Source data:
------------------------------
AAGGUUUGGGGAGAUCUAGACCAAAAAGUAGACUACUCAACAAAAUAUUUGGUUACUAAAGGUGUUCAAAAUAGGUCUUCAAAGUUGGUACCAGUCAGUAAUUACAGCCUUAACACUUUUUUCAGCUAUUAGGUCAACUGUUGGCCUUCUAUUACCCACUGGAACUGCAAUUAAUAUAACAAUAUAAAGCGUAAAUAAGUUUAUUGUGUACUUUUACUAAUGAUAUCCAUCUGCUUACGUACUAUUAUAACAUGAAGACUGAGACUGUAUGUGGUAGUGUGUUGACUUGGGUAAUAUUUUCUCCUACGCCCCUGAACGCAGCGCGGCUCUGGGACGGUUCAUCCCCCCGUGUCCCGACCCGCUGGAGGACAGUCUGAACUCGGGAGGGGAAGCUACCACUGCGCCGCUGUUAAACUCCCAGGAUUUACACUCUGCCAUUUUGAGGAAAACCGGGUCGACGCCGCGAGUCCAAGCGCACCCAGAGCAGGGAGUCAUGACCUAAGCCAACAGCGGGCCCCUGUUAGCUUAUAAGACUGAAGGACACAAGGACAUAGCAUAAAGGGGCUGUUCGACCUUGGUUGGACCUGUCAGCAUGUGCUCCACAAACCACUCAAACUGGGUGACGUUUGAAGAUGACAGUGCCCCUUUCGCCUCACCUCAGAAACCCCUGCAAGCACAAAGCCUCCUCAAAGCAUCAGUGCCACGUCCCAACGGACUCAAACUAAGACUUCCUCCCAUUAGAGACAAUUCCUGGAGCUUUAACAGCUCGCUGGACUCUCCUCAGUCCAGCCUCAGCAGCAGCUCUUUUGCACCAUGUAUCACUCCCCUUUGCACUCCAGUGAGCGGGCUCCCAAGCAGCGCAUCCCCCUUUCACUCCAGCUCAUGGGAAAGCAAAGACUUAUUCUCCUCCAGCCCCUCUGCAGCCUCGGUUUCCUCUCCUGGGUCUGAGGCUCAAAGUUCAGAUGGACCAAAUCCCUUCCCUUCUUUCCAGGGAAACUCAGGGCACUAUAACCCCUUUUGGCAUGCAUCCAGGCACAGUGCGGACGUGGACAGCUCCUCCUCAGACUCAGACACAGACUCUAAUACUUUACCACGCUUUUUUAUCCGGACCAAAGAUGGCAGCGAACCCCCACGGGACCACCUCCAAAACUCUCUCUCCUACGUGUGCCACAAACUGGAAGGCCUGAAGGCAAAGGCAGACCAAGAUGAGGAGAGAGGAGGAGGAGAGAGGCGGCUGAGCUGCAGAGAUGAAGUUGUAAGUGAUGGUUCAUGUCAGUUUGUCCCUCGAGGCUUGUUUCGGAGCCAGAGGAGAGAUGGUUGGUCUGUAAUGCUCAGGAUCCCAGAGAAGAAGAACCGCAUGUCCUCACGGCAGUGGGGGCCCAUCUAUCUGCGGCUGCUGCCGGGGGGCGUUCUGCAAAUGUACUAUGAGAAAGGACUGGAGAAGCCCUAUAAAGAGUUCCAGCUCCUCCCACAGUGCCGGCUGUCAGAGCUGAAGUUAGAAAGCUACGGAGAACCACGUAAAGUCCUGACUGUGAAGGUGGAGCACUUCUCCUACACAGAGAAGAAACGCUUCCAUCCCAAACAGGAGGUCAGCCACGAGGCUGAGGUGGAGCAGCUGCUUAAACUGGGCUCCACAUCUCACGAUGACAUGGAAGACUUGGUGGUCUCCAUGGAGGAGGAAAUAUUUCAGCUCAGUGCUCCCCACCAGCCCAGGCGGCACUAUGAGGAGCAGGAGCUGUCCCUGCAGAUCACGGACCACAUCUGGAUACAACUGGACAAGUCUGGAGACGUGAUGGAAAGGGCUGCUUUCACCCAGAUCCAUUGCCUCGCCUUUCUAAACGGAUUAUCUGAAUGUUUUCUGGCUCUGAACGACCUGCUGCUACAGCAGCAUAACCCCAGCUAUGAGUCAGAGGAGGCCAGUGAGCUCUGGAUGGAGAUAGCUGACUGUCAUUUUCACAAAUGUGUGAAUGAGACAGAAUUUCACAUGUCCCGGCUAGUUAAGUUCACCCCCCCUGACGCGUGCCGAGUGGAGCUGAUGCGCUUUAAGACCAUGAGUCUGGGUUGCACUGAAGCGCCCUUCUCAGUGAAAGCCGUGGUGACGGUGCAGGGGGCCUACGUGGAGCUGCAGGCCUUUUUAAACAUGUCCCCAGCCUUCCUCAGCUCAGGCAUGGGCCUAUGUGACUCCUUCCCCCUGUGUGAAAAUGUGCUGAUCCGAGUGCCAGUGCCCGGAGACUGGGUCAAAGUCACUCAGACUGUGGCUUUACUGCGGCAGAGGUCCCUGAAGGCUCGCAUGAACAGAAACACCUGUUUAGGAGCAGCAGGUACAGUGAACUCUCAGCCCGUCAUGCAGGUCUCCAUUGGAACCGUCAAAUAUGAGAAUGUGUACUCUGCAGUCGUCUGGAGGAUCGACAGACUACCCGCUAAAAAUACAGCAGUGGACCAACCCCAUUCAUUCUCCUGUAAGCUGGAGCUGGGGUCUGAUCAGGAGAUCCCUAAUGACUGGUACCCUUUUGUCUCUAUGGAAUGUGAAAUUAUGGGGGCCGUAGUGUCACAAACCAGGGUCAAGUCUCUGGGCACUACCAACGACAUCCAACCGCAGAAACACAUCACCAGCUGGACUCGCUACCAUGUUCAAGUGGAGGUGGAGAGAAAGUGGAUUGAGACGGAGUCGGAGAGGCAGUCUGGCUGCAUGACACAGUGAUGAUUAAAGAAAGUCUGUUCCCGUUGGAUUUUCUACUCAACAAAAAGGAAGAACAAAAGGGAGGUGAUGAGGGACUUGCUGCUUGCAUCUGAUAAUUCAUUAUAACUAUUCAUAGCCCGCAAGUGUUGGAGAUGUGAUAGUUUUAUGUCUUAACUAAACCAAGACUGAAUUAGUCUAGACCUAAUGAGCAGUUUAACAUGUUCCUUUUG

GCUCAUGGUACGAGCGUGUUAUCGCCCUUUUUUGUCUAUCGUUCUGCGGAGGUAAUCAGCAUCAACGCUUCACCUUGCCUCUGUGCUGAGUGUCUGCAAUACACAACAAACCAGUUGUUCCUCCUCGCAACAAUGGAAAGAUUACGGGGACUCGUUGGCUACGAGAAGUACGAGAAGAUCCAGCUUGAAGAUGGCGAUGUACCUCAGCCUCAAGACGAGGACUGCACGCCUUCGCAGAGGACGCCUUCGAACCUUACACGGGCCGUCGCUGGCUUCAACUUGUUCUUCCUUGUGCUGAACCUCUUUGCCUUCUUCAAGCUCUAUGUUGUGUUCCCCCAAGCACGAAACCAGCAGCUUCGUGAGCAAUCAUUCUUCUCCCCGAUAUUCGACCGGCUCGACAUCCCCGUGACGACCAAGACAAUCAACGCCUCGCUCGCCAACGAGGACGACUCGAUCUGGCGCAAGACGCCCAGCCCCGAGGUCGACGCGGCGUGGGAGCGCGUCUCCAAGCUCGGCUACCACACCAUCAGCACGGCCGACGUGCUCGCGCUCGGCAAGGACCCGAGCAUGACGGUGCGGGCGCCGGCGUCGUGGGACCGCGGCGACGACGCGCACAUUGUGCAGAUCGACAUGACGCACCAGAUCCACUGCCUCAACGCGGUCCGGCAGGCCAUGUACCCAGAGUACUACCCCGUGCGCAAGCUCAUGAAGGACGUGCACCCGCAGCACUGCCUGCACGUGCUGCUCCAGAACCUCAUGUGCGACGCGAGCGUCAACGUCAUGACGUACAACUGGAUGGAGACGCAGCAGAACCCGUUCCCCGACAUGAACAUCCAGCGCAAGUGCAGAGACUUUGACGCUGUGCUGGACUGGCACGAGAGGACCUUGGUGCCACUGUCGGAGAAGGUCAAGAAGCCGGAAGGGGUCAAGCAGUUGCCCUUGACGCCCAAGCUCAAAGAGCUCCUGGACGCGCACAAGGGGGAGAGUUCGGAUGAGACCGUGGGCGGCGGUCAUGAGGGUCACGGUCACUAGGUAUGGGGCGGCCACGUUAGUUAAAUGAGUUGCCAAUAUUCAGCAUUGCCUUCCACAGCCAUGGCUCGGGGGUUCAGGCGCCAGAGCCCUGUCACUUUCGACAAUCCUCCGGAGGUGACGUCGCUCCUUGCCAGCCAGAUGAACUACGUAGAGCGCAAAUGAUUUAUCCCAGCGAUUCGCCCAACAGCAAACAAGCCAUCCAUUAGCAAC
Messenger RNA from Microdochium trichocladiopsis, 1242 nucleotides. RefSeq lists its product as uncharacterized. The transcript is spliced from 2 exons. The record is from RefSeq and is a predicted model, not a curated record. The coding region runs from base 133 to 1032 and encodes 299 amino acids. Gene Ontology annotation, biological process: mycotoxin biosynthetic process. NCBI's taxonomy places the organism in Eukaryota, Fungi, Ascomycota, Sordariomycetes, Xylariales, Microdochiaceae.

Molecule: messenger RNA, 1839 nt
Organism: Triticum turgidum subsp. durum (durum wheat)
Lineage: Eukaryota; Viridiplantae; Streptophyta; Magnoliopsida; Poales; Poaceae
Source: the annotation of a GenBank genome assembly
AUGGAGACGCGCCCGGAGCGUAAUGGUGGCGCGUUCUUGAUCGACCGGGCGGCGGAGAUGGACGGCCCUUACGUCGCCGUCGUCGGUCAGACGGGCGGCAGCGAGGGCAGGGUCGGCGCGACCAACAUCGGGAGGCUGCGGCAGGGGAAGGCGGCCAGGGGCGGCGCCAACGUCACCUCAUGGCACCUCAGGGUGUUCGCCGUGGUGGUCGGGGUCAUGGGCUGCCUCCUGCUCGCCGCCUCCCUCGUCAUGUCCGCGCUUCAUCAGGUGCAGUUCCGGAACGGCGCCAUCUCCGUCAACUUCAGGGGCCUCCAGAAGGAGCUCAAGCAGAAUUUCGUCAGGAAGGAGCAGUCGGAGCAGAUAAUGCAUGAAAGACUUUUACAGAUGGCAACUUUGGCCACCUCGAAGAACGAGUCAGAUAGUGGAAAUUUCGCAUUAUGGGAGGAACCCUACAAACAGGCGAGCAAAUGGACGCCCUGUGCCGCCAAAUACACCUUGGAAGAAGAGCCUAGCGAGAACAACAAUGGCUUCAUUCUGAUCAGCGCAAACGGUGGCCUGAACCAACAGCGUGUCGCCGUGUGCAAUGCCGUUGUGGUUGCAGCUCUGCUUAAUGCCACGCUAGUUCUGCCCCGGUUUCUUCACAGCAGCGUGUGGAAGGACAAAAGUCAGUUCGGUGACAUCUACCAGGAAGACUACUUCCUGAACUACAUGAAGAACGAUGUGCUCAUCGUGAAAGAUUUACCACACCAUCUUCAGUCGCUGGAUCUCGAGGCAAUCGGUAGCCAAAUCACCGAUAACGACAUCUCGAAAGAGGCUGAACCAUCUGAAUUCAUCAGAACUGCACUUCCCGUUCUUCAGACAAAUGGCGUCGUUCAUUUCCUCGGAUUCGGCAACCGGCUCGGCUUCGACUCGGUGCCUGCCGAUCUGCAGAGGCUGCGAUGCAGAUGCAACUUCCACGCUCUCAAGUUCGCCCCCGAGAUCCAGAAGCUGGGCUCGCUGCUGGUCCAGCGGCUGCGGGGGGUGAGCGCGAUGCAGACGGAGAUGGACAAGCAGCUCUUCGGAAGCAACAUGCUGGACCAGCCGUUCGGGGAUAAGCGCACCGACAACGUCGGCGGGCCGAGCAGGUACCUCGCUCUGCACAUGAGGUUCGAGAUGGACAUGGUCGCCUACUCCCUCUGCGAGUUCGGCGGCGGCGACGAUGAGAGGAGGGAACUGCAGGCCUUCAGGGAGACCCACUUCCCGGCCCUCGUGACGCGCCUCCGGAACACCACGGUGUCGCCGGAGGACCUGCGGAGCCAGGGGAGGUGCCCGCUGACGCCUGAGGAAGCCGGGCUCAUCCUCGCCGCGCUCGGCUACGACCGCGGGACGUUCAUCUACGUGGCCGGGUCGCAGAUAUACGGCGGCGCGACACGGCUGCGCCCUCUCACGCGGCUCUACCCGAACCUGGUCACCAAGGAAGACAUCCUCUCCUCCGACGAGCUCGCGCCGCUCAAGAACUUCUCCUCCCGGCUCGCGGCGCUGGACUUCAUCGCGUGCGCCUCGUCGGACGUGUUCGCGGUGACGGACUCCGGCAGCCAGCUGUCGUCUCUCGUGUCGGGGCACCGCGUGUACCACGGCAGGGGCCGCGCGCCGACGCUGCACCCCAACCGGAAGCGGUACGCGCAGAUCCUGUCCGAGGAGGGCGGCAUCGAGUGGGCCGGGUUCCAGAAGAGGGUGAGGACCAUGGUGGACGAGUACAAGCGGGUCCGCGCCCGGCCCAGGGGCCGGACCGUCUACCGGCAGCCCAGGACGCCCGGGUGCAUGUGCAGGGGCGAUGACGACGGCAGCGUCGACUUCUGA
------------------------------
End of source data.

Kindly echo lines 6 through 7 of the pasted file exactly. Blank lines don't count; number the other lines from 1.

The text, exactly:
Lineage: Eukaryota; Viridiplantae; Streptophyta; Magnoliopsida; Poales; Poaceae
Source: the annotation of a GenBank genome assembly